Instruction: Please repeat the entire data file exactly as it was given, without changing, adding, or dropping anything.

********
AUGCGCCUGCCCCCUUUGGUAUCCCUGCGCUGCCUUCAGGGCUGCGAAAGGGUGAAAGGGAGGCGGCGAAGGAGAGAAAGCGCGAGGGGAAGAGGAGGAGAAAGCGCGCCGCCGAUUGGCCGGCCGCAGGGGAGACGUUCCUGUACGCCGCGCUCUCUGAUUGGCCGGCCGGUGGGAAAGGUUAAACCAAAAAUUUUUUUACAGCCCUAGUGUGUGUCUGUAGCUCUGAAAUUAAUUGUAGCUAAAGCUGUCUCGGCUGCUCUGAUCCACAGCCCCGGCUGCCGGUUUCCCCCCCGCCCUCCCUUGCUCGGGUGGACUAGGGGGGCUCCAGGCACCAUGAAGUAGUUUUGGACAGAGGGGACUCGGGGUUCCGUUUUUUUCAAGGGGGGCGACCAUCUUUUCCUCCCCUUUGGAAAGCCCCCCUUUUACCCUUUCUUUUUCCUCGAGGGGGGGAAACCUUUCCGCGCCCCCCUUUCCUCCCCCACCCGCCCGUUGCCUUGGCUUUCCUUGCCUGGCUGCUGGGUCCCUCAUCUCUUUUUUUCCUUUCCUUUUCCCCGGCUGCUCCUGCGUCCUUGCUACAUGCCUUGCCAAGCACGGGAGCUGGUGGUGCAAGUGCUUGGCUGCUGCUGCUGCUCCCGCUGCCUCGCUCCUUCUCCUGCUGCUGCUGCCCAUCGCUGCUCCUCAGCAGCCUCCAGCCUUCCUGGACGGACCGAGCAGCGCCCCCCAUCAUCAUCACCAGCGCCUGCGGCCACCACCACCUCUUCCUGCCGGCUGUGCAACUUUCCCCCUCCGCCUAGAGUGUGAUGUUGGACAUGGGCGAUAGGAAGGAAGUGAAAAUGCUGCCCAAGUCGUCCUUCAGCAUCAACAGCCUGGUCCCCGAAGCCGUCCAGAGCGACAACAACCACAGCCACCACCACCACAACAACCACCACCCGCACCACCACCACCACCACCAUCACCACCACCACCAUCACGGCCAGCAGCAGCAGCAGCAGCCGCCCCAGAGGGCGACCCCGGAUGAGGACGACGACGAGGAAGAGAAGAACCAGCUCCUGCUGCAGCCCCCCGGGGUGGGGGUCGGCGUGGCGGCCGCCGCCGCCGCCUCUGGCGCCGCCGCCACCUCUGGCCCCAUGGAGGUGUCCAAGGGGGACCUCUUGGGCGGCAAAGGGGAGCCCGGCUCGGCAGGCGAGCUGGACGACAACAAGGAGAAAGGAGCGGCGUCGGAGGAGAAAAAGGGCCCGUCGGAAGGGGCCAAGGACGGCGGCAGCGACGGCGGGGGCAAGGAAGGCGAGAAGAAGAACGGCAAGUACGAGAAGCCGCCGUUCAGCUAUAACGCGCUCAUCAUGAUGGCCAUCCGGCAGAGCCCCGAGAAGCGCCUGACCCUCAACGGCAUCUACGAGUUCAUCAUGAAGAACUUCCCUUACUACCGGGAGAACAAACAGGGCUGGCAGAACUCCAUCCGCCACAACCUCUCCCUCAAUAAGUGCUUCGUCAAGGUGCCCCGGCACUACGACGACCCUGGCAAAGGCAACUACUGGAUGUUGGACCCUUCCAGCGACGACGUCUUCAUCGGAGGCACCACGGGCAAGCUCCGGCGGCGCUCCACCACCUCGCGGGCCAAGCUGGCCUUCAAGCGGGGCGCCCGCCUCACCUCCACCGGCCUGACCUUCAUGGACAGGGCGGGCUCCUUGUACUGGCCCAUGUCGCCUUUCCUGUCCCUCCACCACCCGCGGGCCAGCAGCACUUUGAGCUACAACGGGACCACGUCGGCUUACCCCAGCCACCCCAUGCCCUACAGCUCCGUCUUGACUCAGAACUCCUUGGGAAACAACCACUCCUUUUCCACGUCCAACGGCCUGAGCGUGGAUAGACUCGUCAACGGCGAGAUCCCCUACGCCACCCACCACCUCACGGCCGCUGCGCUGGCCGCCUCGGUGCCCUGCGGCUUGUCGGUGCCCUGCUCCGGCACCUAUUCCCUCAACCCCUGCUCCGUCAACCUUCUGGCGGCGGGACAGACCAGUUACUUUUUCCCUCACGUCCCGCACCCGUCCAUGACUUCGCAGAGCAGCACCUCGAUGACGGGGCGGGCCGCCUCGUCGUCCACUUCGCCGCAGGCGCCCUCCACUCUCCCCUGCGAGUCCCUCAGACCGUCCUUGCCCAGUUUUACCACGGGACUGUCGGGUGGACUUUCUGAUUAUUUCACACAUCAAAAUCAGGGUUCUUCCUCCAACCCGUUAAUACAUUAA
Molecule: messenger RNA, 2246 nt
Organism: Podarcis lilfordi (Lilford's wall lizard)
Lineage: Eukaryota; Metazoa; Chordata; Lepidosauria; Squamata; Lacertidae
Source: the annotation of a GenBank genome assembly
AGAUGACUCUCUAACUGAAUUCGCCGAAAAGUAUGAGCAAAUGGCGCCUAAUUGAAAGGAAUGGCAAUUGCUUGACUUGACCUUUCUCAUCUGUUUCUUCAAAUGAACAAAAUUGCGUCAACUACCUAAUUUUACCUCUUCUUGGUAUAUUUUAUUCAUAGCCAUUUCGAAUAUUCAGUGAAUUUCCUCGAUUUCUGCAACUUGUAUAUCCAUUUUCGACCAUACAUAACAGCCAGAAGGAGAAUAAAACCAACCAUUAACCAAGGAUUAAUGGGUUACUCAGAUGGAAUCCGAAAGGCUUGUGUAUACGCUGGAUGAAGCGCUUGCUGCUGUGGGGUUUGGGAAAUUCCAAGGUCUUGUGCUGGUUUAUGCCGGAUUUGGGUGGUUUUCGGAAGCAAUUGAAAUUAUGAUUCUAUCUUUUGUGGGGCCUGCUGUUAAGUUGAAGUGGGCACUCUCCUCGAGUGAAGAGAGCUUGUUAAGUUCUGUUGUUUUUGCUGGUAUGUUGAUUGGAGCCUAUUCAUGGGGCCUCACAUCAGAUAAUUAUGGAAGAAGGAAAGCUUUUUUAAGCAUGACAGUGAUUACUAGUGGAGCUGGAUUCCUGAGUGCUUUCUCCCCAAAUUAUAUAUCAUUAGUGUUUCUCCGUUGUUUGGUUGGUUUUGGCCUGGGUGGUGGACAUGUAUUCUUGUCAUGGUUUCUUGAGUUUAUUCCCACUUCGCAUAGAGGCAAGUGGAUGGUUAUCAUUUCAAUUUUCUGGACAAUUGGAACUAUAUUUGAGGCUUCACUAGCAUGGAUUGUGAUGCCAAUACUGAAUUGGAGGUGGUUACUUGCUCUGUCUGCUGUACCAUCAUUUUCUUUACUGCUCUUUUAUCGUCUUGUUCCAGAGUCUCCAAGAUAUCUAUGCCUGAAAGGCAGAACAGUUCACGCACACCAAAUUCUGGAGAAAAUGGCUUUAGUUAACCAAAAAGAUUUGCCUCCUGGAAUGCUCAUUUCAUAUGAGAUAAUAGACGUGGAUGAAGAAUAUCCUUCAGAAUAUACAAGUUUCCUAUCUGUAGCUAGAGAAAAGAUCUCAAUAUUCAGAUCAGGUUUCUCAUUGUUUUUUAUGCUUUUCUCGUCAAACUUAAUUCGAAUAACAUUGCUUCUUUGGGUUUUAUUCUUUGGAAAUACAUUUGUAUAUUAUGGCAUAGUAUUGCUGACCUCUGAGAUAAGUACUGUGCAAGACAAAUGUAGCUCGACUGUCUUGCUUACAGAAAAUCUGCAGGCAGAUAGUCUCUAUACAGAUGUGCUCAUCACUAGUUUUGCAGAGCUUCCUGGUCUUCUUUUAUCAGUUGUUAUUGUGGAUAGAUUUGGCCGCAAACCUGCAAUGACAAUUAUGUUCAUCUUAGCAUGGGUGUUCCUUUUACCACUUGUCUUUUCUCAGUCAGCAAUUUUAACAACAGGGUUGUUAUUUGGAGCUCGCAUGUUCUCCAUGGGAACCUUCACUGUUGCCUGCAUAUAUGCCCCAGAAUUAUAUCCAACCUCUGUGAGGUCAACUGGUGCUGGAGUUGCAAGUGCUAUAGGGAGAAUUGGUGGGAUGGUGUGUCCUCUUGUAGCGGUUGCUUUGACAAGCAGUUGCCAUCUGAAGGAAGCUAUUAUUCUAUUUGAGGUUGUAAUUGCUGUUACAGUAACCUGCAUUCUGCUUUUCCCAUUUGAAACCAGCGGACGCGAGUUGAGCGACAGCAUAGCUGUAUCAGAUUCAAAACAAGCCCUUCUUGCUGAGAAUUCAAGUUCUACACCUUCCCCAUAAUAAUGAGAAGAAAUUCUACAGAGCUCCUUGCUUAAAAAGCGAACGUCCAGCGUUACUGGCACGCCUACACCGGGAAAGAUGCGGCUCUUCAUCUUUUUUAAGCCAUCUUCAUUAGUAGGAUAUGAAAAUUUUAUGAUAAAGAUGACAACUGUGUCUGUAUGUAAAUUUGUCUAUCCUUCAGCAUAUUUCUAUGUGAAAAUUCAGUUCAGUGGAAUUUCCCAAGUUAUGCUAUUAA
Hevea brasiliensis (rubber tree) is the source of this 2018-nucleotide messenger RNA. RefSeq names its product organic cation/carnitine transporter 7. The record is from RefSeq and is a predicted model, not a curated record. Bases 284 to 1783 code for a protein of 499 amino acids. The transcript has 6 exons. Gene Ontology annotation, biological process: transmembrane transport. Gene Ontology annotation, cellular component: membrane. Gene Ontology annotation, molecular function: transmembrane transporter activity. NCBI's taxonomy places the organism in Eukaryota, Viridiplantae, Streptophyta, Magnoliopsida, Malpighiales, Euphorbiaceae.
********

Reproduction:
AUGCGCCUGCCCCCUUUGGUAUCCCUGCGCUGCCUUCAGGGCUGCGAAAGGGUGAAAGGGAGGCGGCGAAGGAGAGAAAGCGCGAGGGGAAGAGGAGGAGAAAGCGCGCCGCCGAUUGGCCGGCCGCAGGGGAGACGUUCCUGUACGCCGCGCUCUCUGAUUGGCCGGCCGGUGGGAAAGGUUAAACCAAAAAUUUUUUUACAGCCCUAGUGUGUGUCUGUAGCUCUGAAAUUAAUUGUAGCUAAAGCUGUCUCGGCUGCUCUGAUCCACAGCCCCGGCUGCCGGUUUCCCCCCCGCCCUCCCUUGCUCGGGUGGACUAGGGGGGCUCCAGGCACCAUGAAGUAGUUUUGGACAGAGGGGACUCGGGGUUCCGUUUUUUUCAAGGGGGGCGACCAUCUUUUCCUCCCCUUUGGAAAGCCCCCCUUUUACCCUUUCUUUUUCCUCGAGGGGGGGAAACCUUUCCGCGCCCCCCUUUCCUCCCCCACCCGCCCGUUGCCUUGGCUUUCCUUGCCUGGCUGCUGGGUCCCUCAUCUCUUUUUUUCCUUUCCUUUUCCCCGGCUGCUCCUGCGUCCUUGCUACAUGCCUUGCCAAGCACGGGAGCUGGUGGUGCAAGUGCUUGGCUGCUGCUGCUGCUCCCGCUGCCUCGCUCCUUCUCCUGCUGCUGCUGCCCAUCGCUGCUCCUCAGCAGCCUCCAGCCUUCCUGGACGGACCGAGCAGCGCCCCCCAUCAUCAUCACCAGCGCCUGCGGCCACCACCACCUCUUCCUGCCGGCUGUGCAACUUUCCCCCUCCGCCUAGAGUGUGAUGUUGGACAUGGGCGAUAGGAAGGAAGUGAAAAUGCUGCCCAAGUCGUCCUUCAGCAUCAACAGCCUGGUCCCCGAAGCCGUCCAGAGCGACAACAACCACAGCCACCACCACCACAACAACCACCACCCGCACCACCACCACCACCACCAUCACCACCACCACCAUCACGGCCAGCAGCAGCAGCAGCAGCCGCCCCAGAGGGCGACCCCGGAUGAGGACGACGACGAGGAAGAGAAGAACCAGCUCCUGCUGCAGCCCCCCGGGGUGGGGGUCGGCGUGGCGGCCGCCGCCGCCGCCUCUGGCGCCGCCGCCACCUCUGGCCCCAUGGAGGUGUCCAAGGGGGACCUCUUGGGCGGCAAAGGGGAGCCCGGCUCGGCAGGCGAGCUGGACGACAACAAGGAGAAAGGAGCGGCGUCGGAGGAGAAAAAGGGCCCGUCGGAAGGGGCCAAGGACGGCGGCAGCGACGGCGGGGGCAAGGAAGGCGAGAAGAAGAACGGCAAGUACGAGAAGCCGCCGUUCAGCUAUAACGCGCUCAUCAUGAUGGCCAUCCGGCAGAGCCCCGAGAAGCGCCUGACCCUCAACGGCAUCUACGAGUUCAUCAUGAAGAACUUCCCUUACUACCGGGAGAACAAACAGGGCUGGCAGAACUCCAUCCGCCACAACCUCUCCCUCAAUAAGUGCUUCGUCAAGGUGCCCCGGCACUACGACGACCCUGGCAAAGGCAACUACUGGAUGUUGGACCCUUCCAGCGACGACGUCUUCAUCGGAGGCACCACGGGCAAGCUCCGGCGGCGCUCCACCACCUCGCGGGCCAAGCUGGCCUUCAAGCGGGGCGCCCGCCUCACCUCCACCGGCCUGACCUUCAUGGACAGGGCGGGCUCCUUGUACUGGCCCAUGUCGCCUUUCCUGUCCCUCCACCACCCGCGGGCCAGCAGCACUUUGAGCUACAACGGGACCACGUCGGCUUACCCCAGCCACCCCAUGCCCUACAGCUCCGUCUUGACUCAGAACUCCUUGGGAAACAACCACUCCUUUUCCACGUCCAACGGCCUGAGCGUGGAUAGACUCGUCAACGGCGAGAUCCCCUACGCCACCCACCACCUCACGGCCGCUGCGCUGGCCGCCUCGGUGCCCUGCGGCUUGUCGGUGCCCUGCUCCGGCACCUAUUCCCUCAACCCCUGCUCCGUCAACCUUCUGGCGGCGGGACAGACCAGUUACUUUUUCCCUCACGUCCCGCACCCGUCCAUGACUUCGCAGAGCAGCACCUCGAUGACGGGGCGGGCCGCCUCGUCGUCCACUUCGCCGCAGGCGCCCUCCACUCUCCCCUGCGAGUCCCUCAGACCGUCCUUGCCCAGUUUUACCACGGGACUGUCGGGUGGACUUUCUGAUUAUUUCACACAUCAAAAUCAGGGUUCUUCCUCCAACCCGUUAAUACAUUAA
Molecule: messenger RNA, 2246 nt
Organism: Podarcis lilfordi (Lilford's wall lizard)
Lineage: Eukaryota; Metazoa; Chordata; Lepidosauria; Squamata; Lacertidae
Source: the annotation of a GenBank genome assembly
AGAUGACUCUCUAACUGAAUUCGCCGAAAAGUAUGAGCAAAUGGCGCCUAAUUGAAAGGAAUGGCAAUUGCUUGACUUGACCUUUCUCAUCUGUUUCUUCAAAUGAACAAAAUUGCGUCAACUACCUAAUUUUACCUCUUCUUGGUAUAUUUUAUUCAUAGCCAUUUCGAAUAUUCAGUGAAUUUCCUCGAUUUCUGCAACUUGUAUAUCCAUUUUCGACCAUACAUAACAGCCAGAAGGAGAAUAAAACCAACCAUUAACCAAGGAUUAAUGGGUUACUCAGAUGGAAUCCGAAAGGCUUGUGUAUACGCUGGAUGAAGCGCUUGCUGCUGUGGGGUUUGGGAAAUUCCAAGGUCUUGUGCUGGUUUAUGCCGGAUUUGGGUGGUUUUCGGAAGCAAUUGAAAUUAUGAUUCUAUCUUUUGUGGGGCCUGCUGUUAAGUUGAAGUGGGCACUCUCCUCGAGUGAAGAGAGCUUGUUAAGUUCUGUUGUUUUUGCUGGUAUGUUGAUUGGAGCCUAUUCAUGGGGCCUCACAUCAGAUAAUUAUGGAAGAAGGAAAGCUUUUUUAAGCAUGACAGUGAUUACUAGUGGAGCUGGAUUCCUGAGUGCUUUCUCCCCAAAUUAUAUAUCAUUAGUGUUUCUCCGUUGUUUGGUUGGUUUUGGCCUGGGUGGUGGACAUGUAUUCUUGUCAUGGUUUCUUGAGUUUAUUCCCACUUCGCAUAGAGGCAAGUGGAUGGUUAUCAUUUCAAUUUUCUGGACAAUUGGAACUAUAUUUGAGGCUUCACUAGCAUGGAUUGUGAUGCCAAUACUGAAUUGGAGGUGGUUACUUGCUCUGUCUGCUGUACCAUCAUUUUCUUUACUGCUCUUUUAUCGUCUUGUUCCAGAGUCUCCAAGAUAUCUAUGCCUGAAAGGCAGAACAGUUCACGCACACCAAAUUCUGGAGAAAAUGGCUUUAGUUAACCAAAAAGAUUUGCCUCCUGGAAUGCUCAUUUCAUAUGAGAUAAUAGACGUGGAUGAAGAAUAUCCUUCAGAAUAUACAAGUUUCCUAUCUGUAGCUAGAGAAAAGAUCUCAAUAUUCAGAUCAGGUUUCUCAUUGUUUUUUAUGCUUUUCUCGUCAAACUUAAUUCGAAUAACAUUGCUUCUUUGGGUUUUAUUCUUUGGAAAUACAUUUGUAUAUUAUGGCAUAGUAUUGCUGACCUCUGAGAUAAGUACUGUGCAAGACAAAUGUAGCUCGACUGUCUUGCUUACAGAAAAUCUGCAGGCAGAUAGUCUCUAUACAGAUGUGCUCAUCACUAGUUUUGCAGAGCUUCCUGGUCUUCUUUUAUCAGUUGUUAUUGUGGAUAGAUUUGGCCGCAAACCUGCAAUGACAAUUAUGUUCAUCUUAGCAUGGGUGUUCCUUUUACCACUUGUCUUUUCUCAGUCAGCAAUUUUAACAACAGGGUUGUUAUUUGGAGCUCGCAUGUUCUCCAUGGGAACCUUCACUGUUGCCUGCAUAUAUGCCCCAGAAUUAUAUCCAACCUCUGUGAGGUCAACUGGUGCUGGAGUUGCAAGUGCUAUAGGGAGAAUUGGUGGGAUGGUGUGUCCUCUUGUAGCGGUUGCUUUGACAAGCAGUUGCCAUCUGAAGGAAGCUAUUAUUCUAUUUGAGGUUGUAAUUGCUGUUACAGUAACCUGCAUUCUGCUUUUCCCAUUUGAAACCAGCGGACGCGAGUUGAGCGACAGCAUAGCUGUAUCAGAUUCAAAACAAGCCCUUCUUGCUGAGAAUUCAAGUUCUACACCUUCCCCAUAAUAAUGAGAAGAAAUUCUACAGAGCUCCUUGCUUAAAAAGCGAACGUCCAGCGUUACUGGCACGCCUACACCGGGAAAGAUGCGGCUCUUCAUCUUUUUUAAGCCAUCUUCAUUAGUAGGAUAUGAAAAUUUUAUGAUAAAGAUGACAACUGUGUCUGUAUGUAAAUUUGUCUAUCCUUCAGCAUAUUUCUAUGUGAAAAUUCAGUUCAGUGGAAUUUCCCAAGUUAUGCUAUUAA
Hevea brasiliensis (rubber tree) is the source of this 2018-nucleotide messenger RNA. RefSeq names its product organic cation/carnitine transporter 7. The record is from RefSeq and is a predicted model, not a curated record. Bases 284 to 1783 code for a protein of 499 amino acids. The transcript has 6 exons. Gene Ontology annotation, biological process: transmembrane transport. Gene Ontology annotation, cellular component: membrane. Gene Ontology annotation, molecular function: transmembrane transporter activity. NCBI's taxonomy places the organism in Eukaryota, Viridiplantae, Streptophyta, Magnoliopsida, Malpighiales, Euphorbiaceae.